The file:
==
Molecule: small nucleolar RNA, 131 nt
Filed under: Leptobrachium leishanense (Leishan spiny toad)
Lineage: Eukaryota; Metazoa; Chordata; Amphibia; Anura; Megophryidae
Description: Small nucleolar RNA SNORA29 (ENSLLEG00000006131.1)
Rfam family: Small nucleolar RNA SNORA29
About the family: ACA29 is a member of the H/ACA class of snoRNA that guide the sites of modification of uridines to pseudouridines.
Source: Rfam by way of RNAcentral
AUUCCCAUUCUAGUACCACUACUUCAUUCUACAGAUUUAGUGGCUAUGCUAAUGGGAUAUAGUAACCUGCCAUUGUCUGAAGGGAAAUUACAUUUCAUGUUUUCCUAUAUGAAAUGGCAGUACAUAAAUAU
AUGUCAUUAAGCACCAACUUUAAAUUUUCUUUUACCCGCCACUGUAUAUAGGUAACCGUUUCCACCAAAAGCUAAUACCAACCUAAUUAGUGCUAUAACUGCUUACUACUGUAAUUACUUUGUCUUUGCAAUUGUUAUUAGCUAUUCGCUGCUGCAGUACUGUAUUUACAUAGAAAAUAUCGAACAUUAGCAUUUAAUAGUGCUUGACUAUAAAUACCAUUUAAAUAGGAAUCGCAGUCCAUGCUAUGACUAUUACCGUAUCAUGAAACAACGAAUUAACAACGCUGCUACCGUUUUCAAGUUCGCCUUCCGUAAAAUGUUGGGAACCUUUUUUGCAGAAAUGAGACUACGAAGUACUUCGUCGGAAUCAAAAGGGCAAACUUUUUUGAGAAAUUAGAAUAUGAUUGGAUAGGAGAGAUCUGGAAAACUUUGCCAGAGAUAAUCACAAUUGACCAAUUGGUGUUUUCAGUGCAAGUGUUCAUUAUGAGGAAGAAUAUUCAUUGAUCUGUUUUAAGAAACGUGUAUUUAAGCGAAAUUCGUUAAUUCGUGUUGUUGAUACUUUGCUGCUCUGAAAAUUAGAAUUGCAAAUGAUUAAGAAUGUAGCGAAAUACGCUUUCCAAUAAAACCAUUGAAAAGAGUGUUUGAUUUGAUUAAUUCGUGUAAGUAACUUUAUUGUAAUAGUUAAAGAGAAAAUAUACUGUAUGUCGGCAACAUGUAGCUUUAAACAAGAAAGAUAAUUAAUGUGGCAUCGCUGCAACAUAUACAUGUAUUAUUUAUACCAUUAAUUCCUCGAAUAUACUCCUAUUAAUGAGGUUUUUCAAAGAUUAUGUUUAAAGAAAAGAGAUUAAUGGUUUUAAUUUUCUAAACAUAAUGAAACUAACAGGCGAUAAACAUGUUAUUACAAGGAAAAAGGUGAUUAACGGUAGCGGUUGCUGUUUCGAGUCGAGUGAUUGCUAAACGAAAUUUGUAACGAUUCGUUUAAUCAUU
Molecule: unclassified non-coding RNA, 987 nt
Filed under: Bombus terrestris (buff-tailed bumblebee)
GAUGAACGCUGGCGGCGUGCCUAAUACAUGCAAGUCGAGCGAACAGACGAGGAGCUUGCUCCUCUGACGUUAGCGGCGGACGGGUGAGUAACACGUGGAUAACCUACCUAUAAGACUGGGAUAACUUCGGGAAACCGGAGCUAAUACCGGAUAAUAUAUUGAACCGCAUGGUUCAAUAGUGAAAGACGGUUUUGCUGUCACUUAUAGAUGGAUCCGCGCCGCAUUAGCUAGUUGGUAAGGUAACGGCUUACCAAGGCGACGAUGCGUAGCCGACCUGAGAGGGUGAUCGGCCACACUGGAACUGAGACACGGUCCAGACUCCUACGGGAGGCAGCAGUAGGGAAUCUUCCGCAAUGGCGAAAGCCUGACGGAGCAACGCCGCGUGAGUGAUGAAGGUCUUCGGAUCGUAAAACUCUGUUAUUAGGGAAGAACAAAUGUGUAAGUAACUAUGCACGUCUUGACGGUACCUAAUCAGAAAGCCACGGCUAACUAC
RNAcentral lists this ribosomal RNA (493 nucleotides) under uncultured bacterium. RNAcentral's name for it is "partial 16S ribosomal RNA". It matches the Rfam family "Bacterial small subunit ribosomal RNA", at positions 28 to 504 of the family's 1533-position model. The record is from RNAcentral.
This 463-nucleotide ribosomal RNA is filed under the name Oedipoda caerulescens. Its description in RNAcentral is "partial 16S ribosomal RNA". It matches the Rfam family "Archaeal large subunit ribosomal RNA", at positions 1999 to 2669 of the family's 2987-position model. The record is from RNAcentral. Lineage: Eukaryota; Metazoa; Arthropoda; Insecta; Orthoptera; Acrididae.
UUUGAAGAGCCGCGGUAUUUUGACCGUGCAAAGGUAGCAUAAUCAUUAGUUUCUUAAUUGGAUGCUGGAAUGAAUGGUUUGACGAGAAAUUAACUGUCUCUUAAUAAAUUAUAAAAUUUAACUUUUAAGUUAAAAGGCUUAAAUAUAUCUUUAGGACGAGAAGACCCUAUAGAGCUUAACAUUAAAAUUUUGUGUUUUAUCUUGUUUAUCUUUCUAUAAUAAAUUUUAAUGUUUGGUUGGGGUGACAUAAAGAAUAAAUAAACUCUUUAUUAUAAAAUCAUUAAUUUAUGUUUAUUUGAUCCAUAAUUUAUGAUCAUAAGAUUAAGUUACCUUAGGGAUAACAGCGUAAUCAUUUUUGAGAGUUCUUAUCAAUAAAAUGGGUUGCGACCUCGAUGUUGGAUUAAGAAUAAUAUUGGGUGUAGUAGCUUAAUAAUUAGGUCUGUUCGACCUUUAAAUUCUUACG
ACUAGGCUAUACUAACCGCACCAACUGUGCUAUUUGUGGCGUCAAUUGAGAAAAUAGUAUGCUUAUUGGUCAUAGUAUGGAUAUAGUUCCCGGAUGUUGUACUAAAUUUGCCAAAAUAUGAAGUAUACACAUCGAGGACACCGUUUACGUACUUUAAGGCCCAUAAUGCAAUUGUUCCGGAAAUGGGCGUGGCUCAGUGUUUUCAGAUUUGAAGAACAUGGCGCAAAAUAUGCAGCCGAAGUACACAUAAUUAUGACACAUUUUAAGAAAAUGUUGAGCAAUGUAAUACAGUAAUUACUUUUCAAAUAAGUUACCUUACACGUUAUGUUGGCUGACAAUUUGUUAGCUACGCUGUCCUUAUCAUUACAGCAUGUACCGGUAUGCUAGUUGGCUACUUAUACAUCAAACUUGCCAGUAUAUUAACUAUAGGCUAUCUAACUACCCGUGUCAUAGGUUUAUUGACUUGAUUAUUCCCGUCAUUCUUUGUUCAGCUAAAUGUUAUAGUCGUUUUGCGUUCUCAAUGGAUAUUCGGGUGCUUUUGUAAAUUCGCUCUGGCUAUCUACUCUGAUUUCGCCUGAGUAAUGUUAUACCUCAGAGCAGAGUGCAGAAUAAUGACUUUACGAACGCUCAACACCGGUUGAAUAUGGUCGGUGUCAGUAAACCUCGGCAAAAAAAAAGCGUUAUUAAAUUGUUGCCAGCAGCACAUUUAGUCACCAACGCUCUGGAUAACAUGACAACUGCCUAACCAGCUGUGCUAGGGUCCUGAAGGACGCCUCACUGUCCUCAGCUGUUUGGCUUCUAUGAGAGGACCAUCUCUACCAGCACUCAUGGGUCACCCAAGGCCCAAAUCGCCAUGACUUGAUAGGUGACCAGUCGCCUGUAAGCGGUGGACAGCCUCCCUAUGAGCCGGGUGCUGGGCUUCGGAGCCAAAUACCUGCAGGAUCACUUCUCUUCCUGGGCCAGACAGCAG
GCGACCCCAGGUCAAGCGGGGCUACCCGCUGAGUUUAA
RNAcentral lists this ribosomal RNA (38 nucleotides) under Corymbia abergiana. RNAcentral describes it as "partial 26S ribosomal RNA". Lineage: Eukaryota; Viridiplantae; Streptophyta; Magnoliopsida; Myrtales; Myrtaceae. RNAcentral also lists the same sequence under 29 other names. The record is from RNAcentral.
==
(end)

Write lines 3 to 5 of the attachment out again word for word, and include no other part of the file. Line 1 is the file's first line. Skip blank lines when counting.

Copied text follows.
Lineage: Eukaryota; Metazoa; Chordata; Amphibia; Anura; Megophryidae
Description: Small nucleolar RNA SNORA29 (ENSLLEG00000006131.1)
Rfam family: Small nucleolar RNA SNORA29